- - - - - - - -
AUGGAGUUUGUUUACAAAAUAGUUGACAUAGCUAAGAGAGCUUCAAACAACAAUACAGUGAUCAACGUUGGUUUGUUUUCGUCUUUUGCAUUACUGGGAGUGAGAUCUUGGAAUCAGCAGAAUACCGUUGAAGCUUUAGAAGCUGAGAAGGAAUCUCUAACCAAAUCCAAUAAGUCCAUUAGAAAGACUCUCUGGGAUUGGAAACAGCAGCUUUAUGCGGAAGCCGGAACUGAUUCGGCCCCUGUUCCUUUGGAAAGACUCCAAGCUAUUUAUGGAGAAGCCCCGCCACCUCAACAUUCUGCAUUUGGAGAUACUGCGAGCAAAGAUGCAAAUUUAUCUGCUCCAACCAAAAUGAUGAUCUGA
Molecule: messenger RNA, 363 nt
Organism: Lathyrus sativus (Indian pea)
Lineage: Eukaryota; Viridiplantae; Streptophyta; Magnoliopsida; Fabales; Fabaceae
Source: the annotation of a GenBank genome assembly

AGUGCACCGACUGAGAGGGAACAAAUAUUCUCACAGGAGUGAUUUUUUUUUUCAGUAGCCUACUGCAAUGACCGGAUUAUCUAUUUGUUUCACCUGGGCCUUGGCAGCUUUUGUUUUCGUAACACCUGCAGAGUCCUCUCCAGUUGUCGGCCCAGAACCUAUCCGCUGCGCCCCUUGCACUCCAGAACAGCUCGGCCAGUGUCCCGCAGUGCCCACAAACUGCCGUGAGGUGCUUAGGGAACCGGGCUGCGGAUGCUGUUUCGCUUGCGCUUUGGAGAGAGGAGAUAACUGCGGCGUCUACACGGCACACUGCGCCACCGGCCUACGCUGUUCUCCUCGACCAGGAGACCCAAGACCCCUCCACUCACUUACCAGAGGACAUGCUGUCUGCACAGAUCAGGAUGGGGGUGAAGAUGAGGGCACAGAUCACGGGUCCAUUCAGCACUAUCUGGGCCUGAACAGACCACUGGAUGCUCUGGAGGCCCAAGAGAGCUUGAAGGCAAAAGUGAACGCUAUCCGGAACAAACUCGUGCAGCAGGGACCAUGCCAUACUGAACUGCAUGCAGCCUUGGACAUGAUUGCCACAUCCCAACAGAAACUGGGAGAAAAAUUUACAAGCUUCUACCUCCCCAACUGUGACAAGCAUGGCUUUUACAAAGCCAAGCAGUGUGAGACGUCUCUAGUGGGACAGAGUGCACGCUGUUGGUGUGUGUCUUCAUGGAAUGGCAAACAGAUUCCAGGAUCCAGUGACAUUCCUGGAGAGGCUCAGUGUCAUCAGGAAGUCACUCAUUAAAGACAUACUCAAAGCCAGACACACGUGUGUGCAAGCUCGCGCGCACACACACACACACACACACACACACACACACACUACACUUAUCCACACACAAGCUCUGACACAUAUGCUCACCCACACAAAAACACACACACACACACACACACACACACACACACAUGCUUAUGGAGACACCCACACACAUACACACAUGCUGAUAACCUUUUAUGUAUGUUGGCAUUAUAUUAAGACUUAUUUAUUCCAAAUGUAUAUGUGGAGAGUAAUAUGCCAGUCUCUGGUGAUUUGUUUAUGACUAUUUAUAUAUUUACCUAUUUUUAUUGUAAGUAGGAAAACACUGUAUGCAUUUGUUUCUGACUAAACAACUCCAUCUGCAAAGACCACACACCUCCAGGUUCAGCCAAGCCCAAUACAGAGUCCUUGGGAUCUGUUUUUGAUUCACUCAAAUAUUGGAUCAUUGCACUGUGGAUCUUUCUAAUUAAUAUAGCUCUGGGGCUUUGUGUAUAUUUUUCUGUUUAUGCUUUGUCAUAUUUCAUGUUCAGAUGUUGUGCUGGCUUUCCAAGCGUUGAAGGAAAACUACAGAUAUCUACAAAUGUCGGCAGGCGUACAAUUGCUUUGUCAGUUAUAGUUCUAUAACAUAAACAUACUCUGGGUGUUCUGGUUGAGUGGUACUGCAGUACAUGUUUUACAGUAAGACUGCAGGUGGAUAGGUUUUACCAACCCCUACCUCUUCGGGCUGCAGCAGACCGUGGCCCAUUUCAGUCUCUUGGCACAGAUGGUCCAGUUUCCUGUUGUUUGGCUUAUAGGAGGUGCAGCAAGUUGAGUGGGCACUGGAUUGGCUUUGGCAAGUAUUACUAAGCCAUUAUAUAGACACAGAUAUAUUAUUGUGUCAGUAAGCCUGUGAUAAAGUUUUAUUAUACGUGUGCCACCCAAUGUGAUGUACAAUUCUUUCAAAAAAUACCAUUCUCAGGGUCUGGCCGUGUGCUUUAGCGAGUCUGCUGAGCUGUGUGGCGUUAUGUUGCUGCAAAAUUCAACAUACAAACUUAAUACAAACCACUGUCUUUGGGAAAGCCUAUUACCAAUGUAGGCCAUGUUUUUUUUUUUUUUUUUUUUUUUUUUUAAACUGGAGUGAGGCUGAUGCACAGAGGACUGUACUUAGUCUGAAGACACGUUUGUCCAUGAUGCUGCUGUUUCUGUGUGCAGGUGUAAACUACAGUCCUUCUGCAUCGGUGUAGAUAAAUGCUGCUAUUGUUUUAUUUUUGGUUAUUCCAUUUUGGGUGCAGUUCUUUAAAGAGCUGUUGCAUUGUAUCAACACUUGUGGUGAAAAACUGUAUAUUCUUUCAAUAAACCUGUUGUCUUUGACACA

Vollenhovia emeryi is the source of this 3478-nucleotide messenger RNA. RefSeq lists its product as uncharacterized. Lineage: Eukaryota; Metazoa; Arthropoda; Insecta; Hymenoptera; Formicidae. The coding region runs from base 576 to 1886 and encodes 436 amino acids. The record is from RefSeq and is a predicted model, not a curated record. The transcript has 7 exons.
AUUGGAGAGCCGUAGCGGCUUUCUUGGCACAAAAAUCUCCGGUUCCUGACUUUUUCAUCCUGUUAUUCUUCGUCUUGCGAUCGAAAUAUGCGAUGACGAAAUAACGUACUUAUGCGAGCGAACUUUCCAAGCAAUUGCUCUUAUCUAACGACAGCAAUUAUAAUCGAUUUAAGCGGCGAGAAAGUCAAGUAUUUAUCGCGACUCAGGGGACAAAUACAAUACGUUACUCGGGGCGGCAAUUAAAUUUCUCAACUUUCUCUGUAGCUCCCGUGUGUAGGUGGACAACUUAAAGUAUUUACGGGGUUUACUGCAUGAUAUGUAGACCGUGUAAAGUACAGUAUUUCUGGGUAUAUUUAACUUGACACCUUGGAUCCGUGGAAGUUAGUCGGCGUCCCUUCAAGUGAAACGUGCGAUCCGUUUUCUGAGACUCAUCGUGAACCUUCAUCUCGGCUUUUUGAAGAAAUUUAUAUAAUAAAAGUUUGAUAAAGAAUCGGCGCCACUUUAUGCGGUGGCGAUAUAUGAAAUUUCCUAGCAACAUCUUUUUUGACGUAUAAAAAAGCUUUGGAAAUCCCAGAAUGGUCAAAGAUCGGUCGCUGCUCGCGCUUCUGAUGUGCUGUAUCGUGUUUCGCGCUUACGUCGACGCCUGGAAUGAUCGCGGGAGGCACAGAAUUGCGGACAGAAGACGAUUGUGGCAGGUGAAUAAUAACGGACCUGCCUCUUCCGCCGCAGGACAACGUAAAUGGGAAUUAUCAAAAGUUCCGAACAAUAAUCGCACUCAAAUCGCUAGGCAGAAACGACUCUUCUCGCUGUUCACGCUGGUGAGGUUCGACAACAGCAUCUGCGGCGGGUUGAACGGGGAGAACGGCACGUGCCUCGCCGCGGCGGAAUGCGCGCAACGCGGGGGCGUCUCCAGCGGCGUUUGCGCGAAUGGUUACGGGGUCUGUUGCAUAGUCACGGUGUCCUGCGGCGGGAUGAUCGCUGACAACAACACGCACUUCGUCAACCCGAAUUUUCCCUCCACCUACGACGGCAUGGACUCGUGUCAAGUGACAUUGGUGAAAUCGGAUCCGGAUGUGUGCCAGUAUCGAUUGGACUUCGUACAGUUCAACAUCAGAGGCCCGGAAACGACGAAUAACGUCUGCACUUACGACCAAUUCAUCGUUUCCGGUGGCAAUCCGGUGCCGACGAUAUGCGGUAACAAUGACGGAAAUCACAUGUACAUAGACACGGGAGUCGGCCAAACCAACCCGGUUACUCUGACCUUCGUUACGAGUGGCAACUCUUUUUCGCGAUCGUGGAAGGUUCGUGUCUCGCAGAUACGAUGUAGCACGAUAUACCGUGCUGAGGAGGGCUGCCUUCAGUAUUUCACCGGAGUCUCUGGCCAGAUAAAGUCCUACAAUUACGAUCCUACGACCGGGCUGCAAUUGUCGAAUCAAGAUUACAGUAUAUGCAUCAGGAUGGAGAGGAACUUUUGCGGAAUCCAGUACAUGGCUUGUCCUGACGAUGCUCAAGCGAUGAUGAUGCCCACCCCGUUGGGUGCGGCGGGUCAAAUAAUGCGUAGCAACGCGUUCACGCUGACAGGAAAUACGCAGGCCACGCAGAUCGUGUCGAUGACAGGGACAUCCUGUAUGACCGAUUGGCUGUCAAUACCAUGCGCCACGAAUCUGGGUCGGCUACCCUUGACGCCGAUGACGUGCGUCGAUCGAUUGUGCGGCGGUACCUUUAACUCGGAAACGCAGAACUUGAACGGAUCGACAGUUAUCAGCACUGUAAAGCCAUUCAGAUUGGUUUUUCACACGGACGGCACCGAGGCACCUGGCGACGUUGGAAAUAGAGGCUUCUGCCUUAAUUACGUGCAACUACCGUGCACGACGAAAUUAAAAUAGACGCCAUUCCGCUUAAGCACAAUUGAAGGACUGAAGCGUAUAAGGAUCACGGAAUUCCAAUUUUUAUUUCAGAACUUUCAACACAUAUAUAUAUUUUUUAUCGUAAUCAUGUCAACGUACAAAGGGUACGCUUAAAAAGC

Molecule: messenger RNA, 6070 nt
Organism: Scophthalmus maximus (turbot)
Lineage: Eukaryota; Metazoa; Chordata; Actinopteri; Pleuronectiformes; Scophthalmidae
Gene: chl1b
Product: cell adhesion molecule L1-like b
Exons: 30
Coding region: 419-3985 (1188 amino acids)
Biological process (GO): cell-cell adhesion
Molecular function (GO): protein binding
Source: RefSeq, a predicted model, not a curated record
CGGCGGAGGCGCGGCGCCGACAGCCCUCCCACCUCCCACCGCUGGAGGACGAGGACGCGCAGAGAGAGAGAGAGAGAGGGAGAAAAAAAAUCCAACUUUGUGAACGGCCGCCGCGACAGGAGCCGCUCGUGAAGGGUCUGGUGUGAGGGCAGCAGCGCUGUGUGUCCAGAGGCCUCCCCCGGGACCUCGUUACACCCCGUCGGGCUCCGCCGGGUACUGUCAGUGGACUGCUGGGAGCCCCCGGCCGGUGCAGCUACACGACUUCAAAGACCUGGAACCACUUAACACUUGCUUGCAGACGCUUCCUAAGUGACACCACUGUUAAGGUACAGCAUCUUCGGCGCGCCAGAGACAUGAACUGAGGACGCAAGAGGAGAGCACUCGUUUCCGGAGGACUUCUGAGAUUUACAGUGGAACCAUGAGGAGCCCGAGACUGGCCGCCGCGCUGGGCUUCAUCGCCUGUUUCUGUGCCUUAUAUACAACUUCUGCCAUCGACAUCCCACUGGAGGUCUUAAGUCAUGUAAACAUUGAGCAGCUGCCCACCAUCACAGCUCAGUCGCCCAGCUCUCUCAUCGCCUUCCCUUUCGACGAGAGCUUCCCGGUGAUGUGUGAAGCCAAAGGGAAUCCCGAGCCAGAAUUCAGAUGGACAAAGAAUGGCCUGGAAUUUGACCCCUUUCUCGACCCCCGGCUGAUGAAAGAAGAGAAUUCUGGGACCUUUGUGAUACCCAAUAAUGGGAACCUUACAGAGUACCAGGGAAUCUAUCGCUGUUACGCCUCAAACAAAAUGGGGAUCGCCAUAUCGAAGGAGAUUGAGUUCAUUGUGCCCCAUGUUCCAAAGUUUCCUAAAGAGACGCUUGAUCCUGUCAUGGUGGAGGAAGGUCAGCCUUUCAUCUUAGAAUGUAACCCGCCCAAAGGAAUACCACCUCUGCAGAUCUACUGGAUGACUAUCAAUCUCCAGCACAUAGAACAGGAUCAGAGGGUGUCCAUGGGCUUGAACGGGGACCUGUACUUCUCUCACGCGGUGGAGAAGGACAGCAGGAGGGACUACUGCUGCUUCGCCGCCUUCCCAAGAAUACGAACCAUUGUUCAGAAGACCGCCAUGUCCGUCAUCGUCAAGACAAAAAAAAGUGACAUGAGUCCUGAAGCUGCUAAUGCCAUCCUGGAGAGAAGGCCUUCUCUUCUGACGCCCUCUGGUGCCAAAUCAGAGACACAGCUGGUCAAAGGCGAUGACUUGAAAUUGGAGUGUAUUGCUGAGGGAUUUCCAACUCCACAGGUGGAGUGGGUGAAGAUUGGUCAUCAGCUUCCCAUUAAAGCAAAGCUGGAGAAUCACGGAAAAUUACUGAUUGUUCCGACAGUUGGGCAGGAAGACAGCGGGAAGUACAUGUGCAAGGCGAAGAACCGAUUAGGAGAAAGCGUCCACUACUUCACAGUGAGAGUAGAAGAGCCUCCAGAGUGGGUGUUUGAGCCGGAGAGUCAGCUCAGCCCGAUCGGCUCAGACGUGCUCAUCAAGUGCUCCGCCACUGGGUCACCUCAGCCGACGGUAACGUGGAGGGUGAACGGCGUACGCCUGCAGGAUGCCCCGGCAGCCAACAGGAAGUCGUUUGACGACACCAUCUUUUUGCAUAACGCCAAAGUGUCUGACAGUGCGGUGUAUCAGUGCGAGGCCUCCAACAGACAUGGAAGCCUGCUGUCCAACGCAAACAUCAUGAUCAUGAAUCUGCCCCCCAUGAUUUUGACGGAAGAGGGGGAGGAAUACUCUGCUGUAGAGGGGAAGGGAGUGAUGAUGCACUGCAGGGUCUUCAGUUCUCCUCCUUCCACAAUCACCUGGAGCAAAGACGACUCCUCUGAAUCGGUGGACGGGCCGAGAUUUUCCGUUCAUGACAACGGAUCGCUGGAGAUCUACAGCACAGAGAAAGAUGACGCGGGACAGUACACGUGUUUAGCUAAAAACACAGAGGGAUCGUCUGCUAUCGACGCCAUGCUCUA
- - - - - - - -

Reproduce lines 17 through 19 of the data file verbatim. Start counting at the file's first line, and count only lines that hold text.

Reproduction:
Molecular function (GO): protein binding
Source: RefSeq, a predicted model, not a curated record
CGGCGGAGGCGCGGCGCCGACAGCCCUCCCACCUCCCACCGCUGGAGGACGAGGACGCGCAGAGAGAGAGAGAGAGAGGGAGAAAAAAAAUCCAACUUUGUGAACGGCCGCCGCGACAGGAGCCGCUCGUGAAGGGUCUGGUGUGAGGGCAGCAGCGCUGUGUGUCCAGAGGCCUCCCCCGGGACCUCGUUACACCCCGUCGGGCUCCGCCGGGUACUGUCAGUGGACUGCUGGGAGCCCCCGGCCGGUGCAGCUACACGACUUCAAAGACCUGGAACCACUUAACACUUGCUUGCAGACGCUUCCUAAGUGACACCACUGUUAAGGUACAGCAUCUUCGGCGCGCCAGAGACAUGAACUGAGGACGCAAGAGGAGAGCACUCGUUUCCGGAGGACUUCUGAGAUUUACAGUGGAACCAUGAGGAGCCCGAGACUGGCCGCCGCGCUGGGCUUCAUCGCCUGUUUCUGUGCCUUAUAUACAACUUCUGCCAUCGACAUCCCACUGGAGGUCUUAAGUCAUGUAAACAUUGAGCAGCUGCCCACCAUCACAGCUCAGUCGCCCAGCUCUCUCAUCGCCUUCCCUUUCGACGAGAGCUUCCCGGUGAUGUGUGAAGCCAAAGGGAAUCCCGAGCCAGAAUUCAGAUGGACAAAGAAUGGCCUGGAAUUUGACCCCUUUCUCGACCCCCGGCUGAUGAAAGAAGAGAAUUCUGGGACCUUUGUGAUACCCAAUAAUGGGAACCUUACAGAGUACCAGGGAAUCUAUCGCUGUUACGCCUCAAACAAAAUGGGGAUCGCCAUAUCGAAGGAGAUUGAGUUCAUUGUGCCCCAUGUUCCAAAGUUUCCUAAAGAGACGCUUGAUCCUGUCAUGGUGGAGGAAGGUCAGCCUUUCAUCUUAGAAUGUAACCCGCCCAAAGGAAUACCACCUCUGCAGAUCUACUGGAUGACUAUCAAUCUCCAGCACAUAGAACAGGAUCAGAGGGUGUCCAUGGGCUUGAACGGGGACCUGUACUUCUCUCACGCGGUGGAGAAGGACAGCAGGAGGGACUACUGCUGCUUCGCCGCCUUCCCAAGAAUACGAACCAUUGUUCAGAAGACCGCCAUGUCCGUCAUCGUCAAGACAAAAAAAAGUGACAUGAGUCCUGAAGCUGCUAAUGCCAUCCUGGAGAGAAGGCCUUCUCUUCUGACGCCCUCUGGUGCCAAAUCAGAGACACAGCUGGUCAAAGGCGAUGACUUGAAAUUGGAGUGUAUUGCUGAGGGAUUUCCAACUCCACAGGUGGAGUGGGUGAAGAUUGGUCAUCAGCUUCCCAUUAAAGCAAAGCUGGAGAAUCACGGAAAAUUACUGAUUGUUCCGACAGUUGGGCAGGAAGACAGCGGGAAGUACAUGUGCAAGGCGAAGAACCGAUUAGGAGAAAGCGUCCACUACUUCACAGUGAGAGUAGAAGAGCCUCCAGAGUGGGUGUUUGAGCCGGAGAGUCAGCUCAGCCCGAUCGGCUCAGACGUGCUCAUCAAGUGCUCCGCCACUGGGUCACCUCAGCCGACGGUAACGUGGAGGGUGAACGGCGUACGCCUGCAGGAUGCCCCGGCAGCCAACAGGAAGUCGUUUGACGACACCAUCUUUUUGCAUAACGCCAAAGUGUCUGACAGUGCGGUGUAUCAGUGCGAGGCCUCCAACAGACAUGGAAGCCUGCUGUCCAACGCAAACAUCAUGAUCAUGAAUCUGCCCCCCAUGAUUUUGACGGAAGAGGGGGAGGAAUACUCUGCUGUAGAGGGGAAGGGAGUGAUGAUGCACUGCAGGGUCUUCAGUUCUCCUCCUUCCACAAUCACCUGGAGCAAAGACGACUCCUCUGAAUCGGUGGACGGGCCGAGAUUUUCCGUUCAUGACAACGGAUCGCUGGAGAUCUACAGCACAGAGAAAGAUGACGCGGGACAGUACACGUGUUUAGCUAAAAACACAGAGGGAUCGUCUGCUAUCGACGCCAUGCUCUA